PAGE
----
Why is it that the influence of the Gifts is relatively slight in most souls?14 It is not only that in souls in the purgative way these Gifts have not reached their higher degrees, for they grow with grace; but we ourselves, by our deficiencies, bind the action of these Gifts, so that we are not very docile to the Holy Spirit. This unfortunate condition is the result of affection to venial sin,15 and of our deficiency in humility, recollection, detachment, and mortification. For as we saw in the chapters on mortification, our desires and our love of creatures exert strong pulls on us, tending to draw not only our will but even our judgment in the direction of earthly things. The special inspirations of the Gifts find us unresponsive: when we are listening to so loud a voice from creatures, we cannot hear the delicate whisperings of the Holy Spirit. We are like a compass needle, which cannot respond to the pull of the north when it is in the midst of the gross attraction of many nearby powerlines.
As a soul advances, it may be compared to a sailing vessel with oars, whose sails are being gradually unfurled: the more open they are, the more readily they will catch and move under even a delicate breeze. Then the vessel proceeds much more easily and swiftly than when it had to depend on the labor of the oarsmen. In the rare heights of the unitive way, a soul may be dominated in all things by the Holy Spirit through these Gifts without losing its freedom. Such was Mary herself, as St. John of the Cross says so well:
What a contrast between the soul of Mary, whose every movement was directed by the Holy Spirit, and the lives of those who follow only their own blind desires!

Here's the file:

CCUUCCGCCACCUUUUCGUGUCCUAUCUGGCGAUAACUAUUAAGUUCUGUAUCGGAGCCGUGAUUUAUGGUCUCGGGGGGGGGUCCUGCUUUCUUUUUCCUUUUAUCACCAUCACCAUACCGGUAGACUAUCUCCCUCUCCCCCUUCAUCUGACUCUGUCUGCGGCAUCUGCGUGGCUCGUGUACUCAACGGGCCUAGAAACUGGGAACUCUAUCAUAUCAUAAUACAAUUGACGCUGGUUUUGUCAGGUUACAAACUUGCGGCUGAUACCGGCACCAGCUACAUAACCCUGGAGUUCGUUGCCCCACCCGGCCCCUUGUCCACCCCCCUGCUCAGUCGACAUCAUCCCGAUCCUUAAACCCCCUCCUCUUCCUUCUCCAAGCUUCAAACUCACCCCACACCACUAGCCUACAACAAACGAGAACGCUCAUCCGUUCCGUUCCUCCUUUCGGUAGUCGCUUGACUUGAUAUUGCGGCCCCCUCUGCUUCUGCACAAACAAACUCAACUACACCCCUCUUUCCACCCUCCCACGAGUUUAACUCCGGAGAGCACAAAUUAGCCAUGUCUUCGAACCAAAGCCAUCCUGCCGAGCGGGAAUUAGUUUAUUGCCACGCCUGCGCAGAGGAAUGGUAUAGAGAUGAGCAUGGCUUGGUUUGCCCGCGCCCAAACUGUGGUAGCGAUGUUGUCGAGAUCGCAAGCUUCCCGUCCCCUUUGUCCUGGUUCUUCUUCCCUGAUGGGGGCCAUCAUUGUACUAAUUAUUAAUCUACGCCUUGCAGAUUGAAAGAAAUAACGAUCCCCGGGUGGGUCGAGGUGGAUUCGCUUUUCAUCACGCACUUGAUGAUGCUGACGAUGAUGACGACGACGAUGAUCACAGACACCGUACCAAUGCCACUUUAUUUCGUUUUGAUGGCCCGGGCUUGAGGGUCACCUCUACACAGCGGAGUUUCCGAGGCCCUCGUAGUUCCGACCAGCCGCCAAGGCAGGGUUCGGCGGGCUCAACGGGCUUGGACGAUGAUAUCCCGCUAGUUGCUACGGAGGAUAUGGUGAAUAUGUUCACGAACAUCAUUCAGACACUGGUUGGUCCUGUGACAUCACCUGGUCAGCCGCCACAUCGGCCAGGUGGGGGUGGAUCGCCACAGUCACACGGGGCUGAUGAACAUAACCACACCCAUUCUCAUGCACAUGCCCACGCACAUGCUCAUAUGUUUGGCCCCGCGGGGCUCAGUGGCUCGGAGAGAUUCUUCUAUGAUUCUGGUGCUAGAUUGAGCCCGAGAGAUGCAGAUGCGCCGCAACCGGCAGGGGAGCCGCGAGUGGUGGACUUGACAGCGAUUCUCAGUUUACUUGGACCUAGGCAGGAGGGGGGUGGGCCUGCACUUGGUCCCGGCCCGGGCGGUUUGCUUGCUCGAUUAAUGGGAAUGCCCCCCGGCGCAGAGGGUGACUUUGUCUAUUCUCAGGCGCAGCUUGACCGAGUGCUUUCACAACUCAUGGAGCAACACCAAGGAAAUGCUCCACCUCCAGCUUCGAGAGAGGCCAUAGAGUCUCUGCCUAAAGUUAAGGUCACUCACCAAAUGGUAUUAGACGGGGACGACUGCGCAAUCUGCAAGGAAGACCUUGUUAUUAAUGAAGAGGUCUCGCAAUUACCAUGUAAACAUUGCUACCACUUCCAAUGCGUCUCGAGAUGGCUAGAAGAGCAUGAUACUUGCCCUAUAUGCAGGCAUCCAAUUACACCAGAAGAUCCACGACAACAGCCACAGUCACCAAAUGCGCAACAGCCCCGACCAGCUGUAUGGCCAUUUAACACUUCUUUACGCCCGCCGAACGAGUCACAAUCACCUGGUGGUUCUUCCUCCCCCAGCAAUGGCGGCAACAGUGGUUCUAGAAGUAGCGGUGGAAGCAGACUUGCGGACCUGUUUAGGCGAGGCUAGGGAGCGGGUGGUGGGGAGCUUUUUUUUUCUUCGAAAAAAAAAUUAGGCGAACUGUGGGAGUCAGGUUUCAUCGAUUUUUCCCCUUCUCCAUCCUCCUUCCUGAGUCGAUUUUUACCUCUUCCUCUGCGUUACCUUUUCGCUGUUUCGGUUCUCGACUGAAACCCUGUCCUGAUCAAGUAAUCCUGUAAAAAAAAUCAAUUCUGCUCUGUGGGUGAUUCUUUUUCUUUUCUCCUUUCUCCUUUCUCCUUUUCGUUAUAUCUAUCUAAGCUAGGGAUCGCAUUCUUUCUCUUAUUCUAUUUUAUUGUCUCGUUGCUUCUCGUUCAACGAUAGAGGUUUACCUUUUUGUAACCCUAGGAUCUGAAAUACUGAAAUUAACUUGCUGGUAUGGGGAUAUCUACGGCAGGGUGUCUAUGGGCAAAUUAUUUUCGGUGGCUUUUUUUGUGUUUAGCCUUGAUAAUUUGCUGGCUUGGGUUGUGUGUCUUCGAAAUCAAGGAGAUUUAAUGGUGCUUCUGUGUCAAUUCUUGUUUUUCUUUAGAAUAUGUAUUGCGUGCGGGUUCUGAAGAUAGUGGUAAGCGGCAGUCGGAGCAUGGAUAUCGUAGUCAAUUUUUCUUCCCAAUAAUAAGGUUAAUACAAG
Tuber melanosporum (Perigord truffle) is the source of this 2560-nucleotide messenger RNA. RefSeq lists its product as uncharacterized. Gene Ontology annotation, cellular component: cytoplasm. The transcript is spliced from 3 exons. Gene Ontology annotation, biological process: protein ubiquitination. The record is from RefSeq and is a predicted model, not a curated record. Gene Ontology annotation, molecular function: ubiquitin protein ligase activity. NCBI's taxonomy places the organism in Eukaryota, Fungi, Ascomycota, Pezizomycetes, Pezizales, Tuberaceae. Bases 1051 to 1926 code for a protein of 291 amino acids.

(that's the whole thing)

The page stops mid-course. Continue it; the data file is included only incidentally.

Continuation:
It was through Mary's "mighty prayers," as Pope Pius XII says,17 that the Holy Spirit was given to the newborn Church on Pentecost. It is still through her that He is given to souls today. Those who give and consecrate themselves to her, the Spouse of the Holy Spirit, not merely in word, but in deed, will learn by experience the truth of that which St. Louis de Montfort describes:
It was in and through Mary that the Holy Spirit formed the Sacred Humanity, the Heart of Christ. So also it is in and through her, the "mould of God,"19 that He will form us to the likeness of Christ.
A special feature of this likeness to Christ is a higher, more intimate kind of love for Mary. For in the human soul of Christ, the Holy Spirit produced a wonderful love for His Mother, and the closest union with her.20 In souls especially dear to Mary, the same Spirit of Christ produces a truly Christlike love for the Mother of Christ, so that these souls live most intimately as her children in her presence. Without this special favor, souls may enjoy a certain closeness to Mary, but by the action of the Holy Spirit, this loving filial union with Mary is raised to a wonderful new plane, so as to be carried on in a manner above that which is merely human.21 Venerable Michael of St. Augustine says of this: